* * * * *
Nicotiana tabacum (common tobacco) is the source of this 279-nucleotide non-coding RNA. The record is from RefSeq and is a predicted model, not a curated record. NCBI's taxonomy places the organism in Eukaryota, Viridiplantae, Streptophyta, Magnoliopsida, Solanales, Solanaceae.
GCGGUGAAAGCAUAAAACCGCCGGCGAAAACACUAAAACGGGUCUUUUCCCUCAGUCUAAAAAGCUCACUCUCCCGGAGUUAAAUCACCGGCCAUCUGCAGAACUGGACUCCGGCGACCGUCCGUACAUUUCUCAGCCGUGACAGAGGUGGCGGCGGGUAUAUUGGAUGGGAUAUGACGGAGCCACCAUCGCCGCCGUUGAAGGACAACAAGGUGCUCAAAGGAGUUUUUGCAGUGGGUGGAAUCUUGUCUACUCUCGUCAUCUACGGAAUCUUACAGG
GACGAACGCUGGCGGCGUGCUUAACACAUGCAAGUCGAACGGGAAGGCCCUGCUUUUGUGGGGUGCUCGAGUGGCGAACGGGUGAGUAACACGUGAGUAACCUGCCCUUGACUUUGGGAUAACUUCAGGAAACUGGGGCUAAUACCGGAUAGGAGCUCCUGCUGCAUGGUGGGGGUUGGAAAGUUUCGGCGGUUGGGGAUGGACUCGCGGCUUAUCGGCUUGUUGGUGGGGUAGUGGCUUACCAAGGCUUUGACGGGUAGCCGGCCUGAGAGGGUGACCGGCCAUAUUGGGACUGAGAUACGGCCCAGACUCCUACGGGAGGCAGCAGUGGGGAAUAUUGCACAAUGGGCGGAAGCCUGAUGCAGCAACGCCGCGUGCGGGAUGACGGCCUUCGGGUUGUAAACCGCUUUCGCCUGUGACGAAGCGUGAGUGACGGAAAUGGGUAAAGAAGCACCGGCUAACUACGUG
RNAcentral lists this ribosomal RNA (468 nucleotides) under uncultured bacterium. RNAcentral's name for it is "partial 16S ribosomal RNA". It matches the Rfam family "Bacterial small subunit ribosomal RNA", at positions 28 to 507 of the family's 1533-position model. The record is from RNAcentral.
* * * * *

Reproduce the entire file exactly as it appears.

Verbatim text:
Nicotiana tabacum (common tobacco) is the source of this 279-nucleotide non-coding RNA. The record is from RefSeq and is a predicted model, not a curated record. NCBI's taxonomy places the organism in Eukaryota, Viridiplantae, Streptophyta, Magnoliopsida, Solanales, Solanaceae.
GCGGUGAAAGCAUAAAACCGCCGGCGAAAACACUAAAACGGGUCUUUUCCCUCAGUCUAAAAAGCUCACUCUCCCGGAGUUAAAUCACCGGCCAUCUGCAGAACUGGACUCCGGCGACCGUCCGUACAUUUCUCAGCCGUGACAGAGGUGGCGGCGGGUAUAUUGGAUGGGAUAUGACGGAGCCACCAUCGCCGCCGUUGAAGGACAACAAGGUGCUCAAAGGAGUUUUUGCAGUGGGUGGAAUCUUGUCUACUCUCGUCAUCUACGGAAUCUUACAGG
GACGAACGCUGGCGGCGUGCUUAACACAUGCAAGUCGAACGGGAAGGCCCUGCUUUUGUGGGGUGCUCGAGUGGCGAACGGGUGAGUAACACGUGAGUAACCUGCCCUUGACUUUGGGAUAACUUCAGGAAACUGGGGCUAAUACCGGAUAGGAGCUCCUGCUGCAUGGUGGGGGUUGGAAAGUUUCGGCGGUUGGGGAUGGACUCGCGGCUUAUCGGCUUGUUGGUGGGGUAGUGGCUUACCAAGGCUUUGACGGGUAGCCGGCCUGAGAGGGUGACCGGCCAUAUUGGGACUGAGAUACGGCCCAGACUCCUACGGGAGGCAGCAGUGGGGAAUAUUGCACAAUGGGCGGAAGCCUGAUGCAGCAACGCCGCGUGCGGGAUGACGGCCUUCGGGUUGUAAACCGCUUUCGCCUGUGACGAAGCGUGAGUGACGGAAAUGGGUAAAGAAGCACCGGCUAACUACGUG
RNAcentral lists this ribosomal RNA (468 nucleotides) under uncultured bacterium. RNAcentral's name for it is "partial 16S ribosomal RNA". It matches the Rfam family "Bacterial small subunit ribosomal RNA", at positions 28 to 507 of the family's 1533-position model. The record is from RNAcentral.